We feel what others feel, apparently, for the long-term survival and growth of the species. So folks, what we're handling when we write stories is the power to touch the spark and tinder of the thing we have in common, beneath all our differences. It's why we hate the feeling of being manipulated by stories, but cry anyway. It's why we back movies that come at us like an emotional tracheotomy going for the throat. And it's why we love the success of a great movie that's true. Not just the correct facts, but true feelings, telling us exactly our mirror neurons tell us with the power to keeping us alive and thriving.

    Saturday, January 21

    The Constant Gardener

    I thought it had its heart in the right place, this movie. But where it should have a heart, it had a camera. Now, the editing, color, and overpowering framing of a bright, blank Kenya in early scenes offer so much promise. I’ll leave it to others to identify what went wrong in the choices of the DP and director. But the story cheated viewers out of nearly every moment of identification with human feeling.

    First, expectations. The Constant Gardener could have been a thriller, a who-dunnit, a tragedy, a David v. Goliath crusade. Director Fernando Meirelles and screenwriter Jeffrey Caine could have woven together exciting combinations of these. The look and feel gives the impression that was their aim. But they repeatedly show and then steal questions we want answered: Is Justin’s wife really the dead woman found on the road? Answered. How is her death connected with her investigation into Three Bees corporation and its clinical trails? Answered. Did the British government play in a role? Answered. The Kenyan government? Answered. My friends? Liars and betrayers. By the midpoint when Justin is convinced that Tessa is a casualty of big pharma geopolitical profiteering, the viewer no longer knows what question matters. Justin gets on a train to Amsterdam without a plan, and so does the movie.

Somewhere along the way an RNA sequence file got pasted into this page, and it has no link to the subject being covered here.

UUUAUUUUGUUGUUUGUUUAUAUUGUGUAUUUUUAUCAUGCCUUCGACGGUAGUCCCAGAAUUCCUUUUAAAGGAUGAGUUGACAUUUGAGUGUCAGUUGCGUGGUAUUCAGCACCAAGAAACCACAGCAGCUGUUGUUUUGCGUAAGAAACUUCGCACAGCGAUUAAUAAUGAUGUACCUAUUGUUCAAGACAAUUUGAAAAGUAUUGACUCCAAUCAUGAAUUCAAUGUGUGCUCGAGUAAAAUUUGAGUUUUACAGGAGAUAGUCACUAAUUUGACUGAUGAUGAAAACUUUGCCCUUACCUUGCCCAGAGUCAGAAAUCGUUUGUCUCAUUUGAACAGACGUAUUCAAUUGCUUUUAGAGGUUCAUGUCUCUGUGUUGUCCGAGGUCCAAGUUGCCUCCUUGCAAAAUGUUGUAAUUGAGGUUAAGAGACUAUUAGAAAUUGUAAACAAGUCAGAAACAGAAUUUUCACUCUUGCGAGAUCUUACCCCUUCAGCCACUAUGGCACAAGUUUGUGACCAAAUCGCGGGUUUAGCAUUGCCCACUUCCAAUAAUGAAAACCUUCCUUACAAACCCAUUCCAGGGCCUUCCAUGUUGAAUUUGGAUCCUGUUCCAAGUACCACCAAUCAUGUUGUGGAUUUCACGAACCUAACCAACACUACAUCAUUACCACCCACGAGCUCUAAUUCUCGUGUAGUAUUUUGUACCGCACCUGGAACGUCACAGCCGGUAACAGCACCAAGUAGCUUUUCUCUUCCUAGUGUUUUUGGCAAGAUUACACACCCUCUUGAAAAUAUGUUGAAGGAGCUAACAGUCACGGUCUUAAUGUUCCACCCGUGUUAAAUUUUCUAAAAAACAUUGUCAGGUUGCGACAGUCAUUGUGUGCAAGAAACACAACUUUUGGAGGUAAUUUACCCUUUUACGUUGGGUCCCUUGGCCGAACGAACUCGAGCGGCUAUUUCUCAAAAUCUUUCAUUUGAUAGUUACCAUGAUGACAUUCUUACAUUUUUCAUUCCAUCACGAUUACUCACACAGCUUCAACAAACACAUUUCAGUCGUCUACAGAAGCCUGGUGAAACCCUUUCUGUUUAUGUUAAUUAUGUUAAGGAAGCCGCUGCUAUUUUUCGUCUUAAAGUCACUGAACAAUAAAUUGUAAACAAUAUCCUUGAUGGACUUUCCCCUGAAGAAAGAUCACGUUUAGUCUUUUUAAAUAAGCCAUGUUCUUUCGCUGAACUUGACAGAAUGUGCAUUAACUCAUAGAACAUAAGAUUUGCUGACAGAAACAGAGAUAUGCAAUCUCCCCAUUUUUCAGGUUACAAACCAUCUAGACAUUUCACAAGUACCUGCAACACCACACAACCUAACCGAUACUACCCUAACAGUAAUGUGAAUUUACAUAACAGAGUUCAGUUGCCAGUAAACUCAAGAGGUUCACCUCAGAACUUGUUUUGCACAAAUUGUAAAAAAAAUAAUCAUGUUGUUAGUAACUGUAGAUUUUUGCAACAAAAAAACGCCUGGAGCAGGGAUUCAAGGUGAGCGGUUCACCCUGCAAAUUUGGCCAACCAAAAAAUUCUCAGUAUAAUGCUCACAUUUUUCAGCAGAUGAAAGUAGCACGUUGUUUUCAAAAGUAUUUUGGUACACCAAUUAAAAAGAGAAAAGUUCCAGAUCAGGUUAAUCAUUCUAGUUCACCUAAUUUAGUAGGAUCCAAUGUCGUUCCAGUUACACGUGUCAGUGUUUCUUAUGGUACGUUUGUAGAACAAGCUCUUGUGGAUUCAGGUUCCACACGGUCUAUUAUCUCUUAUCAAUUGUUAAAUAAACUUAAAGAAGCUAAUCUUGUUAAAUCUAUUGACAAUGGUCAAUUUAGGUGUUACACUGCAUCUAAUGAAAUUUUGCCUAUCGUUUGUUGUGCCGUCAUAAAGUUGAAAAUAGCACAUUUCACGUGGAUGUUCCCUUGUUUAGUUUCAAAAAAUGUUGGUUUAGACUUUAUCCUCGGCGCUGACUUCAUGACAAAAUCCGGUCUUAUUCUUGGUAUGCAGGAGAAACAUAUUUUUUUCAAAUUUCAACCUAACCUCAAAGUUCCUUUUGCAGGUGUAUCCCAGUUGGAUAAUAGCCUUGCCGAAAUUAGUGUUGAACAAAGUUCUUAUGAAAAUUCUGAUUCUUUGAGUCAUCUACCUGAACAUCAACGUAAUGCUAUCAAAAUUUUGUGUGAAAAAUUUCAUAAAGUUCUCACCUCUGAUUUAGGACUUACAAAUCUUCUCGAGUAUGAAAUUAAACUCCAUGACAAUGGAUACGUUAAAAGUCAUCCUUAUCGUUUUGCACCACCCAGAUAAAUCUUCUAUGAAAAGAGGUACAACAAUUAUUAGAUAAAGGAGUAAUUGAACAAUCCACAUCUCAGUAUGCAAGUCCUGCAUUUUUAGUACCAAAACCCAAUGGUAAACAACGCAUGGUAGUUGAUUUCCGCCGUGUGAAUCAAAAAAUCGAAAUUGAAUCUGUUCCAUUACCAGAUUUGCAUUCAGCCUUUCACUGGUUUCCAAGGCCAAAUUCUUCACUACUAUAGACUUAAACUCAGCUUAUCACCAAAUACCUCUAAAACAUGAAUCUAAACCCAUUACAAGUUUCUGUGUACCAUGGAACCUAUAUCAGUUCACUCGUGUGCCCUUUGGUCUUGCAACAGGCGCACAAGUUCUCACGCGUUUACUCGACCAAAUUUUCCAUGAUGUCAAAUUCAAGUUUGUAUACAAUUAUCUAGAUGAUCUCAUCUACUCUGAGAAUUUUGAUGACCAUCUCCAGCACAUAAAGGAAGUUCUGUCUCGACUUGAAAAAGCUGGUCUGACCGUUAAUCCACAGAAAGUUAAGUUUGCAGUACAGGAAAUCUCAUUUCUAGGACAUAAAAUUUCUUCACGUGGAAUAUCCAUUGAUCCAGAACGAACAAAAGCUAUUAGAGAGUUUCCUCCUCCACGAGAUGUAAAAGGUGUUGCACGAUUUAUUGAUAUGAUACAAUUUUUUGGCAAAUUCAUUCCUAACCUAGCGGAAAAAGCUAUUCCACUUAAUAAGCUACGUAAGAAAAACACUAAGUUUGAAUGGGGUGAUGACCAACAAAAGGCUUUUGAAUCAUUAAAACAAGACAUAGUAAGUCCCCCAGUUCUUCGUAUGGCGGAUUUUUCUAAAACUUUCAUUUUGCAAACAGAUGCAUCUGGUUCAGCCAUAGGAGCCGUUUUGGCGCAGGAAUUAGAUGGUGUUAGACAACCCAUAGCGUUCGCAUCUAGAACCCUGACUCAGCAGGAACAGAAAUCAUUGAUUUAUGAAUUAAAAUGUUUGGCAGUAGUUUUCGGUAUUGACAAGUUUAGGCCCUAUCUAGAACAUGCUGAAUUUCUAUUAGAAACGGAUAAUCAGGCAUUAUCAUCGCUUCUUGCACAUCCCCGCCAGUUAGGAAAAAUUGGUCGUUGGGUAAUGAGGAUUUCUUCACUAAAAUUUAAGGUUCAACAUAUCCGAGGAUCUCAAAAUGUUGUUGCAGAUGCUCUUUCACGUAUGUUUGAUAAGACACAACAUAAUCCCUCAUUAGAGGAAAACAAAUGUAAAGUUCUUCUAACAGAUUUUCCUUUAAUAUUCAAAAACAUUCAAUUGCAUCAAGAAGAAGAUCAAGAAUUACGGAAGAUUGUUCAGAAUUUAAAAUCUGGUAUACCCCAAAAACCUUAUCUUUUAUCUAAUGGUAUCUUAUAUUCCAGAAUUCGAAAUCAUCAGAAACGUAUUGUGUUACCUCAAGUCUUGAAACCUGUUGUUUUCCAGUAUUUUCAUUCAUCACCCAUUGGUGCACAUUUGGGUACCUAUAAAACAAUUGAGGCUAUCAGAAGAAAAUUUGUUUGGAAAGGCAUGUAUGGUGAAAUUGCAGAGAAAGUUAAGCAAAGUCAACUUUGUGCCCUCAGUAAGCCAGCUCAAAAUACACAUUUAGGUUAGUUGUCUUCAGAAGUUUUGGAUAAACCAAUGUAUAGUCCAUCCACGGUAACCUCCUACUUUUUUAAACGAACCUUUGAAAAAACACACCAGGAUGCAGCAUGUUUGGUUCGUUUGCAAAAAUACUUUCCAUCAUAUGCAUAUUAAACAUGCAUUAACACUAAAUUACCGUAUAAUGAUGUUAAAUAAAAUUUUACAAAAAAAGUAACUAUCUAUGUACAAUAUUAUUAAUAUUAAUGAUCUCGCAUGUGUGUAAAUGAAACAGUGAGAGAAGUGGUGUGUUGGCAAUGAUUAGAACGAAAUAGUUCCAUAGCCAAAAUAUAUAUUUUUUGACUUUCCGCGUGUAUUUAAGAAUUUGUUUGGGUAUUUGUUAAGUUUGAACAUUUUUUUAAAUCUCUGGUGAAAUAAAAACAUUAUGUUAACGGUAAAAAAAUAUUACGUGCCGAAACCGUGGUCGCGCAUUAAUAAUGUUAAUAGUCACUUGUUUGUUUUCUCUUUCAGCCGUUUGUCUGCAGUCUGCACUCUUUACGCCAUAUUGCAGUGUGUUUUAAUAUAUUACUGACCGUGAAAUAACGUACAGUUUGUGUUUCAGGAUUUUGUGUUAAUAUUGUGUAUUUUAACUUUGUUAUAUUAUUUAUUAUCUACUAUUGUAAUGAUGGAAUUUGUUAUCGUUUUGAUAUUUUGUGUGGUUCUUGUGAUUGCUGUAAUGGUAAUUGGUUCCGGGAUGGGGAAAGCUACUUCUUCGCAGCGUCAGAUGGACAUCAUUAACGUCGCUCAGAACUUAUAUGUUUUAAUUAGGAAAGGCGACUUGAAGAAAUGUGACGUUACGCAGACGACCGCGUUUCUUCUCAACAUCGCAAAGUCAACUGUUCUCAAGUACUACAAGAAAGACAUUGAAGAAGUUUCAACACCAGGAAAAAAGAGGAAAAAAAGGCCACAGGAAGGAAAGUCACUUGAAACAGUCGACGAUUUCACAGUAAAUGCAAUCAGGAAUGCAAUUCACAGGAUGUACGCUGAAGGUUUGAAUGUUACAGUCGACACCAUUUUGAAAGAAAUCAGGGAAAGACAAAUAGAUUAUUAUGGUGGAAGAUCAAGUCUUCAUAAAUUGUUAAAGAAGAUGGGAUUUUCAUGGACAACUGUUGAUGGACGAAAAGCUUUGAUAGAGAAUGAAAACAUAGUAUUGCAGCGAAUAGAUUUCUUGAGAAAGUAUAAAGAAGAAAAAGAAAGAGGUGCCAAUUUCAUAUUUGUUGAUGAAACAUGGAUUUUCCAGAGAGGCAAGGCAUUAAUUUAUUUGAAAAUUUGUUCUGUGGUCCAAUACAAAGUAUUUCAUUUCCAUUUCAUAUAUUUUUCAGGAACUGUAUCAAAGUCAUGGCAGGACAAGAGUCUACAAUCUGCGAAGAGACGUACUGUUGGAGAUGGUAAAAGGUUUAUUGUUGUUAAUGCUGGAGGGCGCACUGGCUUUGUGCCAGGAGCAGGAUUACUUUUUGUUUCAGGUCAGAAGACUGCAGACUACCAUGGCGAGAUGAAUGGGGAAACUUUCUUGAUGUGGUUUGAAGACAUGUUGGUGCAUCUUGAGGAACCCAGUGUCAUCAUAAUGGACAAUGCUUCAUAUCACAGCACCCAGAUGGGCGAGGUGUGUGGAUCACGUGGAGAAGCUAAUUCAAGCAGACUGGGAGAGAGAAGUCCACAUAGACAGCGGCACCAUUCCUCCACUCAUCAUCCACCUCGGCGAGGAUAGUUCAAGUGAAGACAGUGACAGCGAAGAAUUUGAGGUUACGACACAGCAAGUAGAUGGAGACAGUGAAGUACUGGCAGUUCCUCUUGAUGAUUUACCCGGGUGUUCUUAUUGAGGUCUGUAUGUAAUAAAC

Why do Tessa, Justin, Arnold, and Sandy do, well, what they do? Love. But we do not see this, we hear it. It comes by conversation and incidental action. In a scene rife with possibility, Tessa lays in a hospital bed nursing a black newborn. The movie toys with us – is this the crusading Kenyan doctor’s child after all? – and then points us to the baby’s teen mother, who is dying nearby. Tessa is moved with compassion and outrage for the woman. But sharing the feeling demands knee-jerk sentimentalizing from the audience. We know nothing about the teenager or others like her. The filmmakers treat her death as an emblem not a person, much they way Tessa accuses the drug corporations of treating Africans as statistics. We do not feel because the moment is not particular.

    Justin’s surrender to his own murder is the moment when I wanted to start throwing Milk Duds. Even if we had watching him face his assassins and drop the clip from his pistol, we could have called him oddly courageous because we saw his choice. It remains unclear why he felt so trapped that he should volunteer to be killed.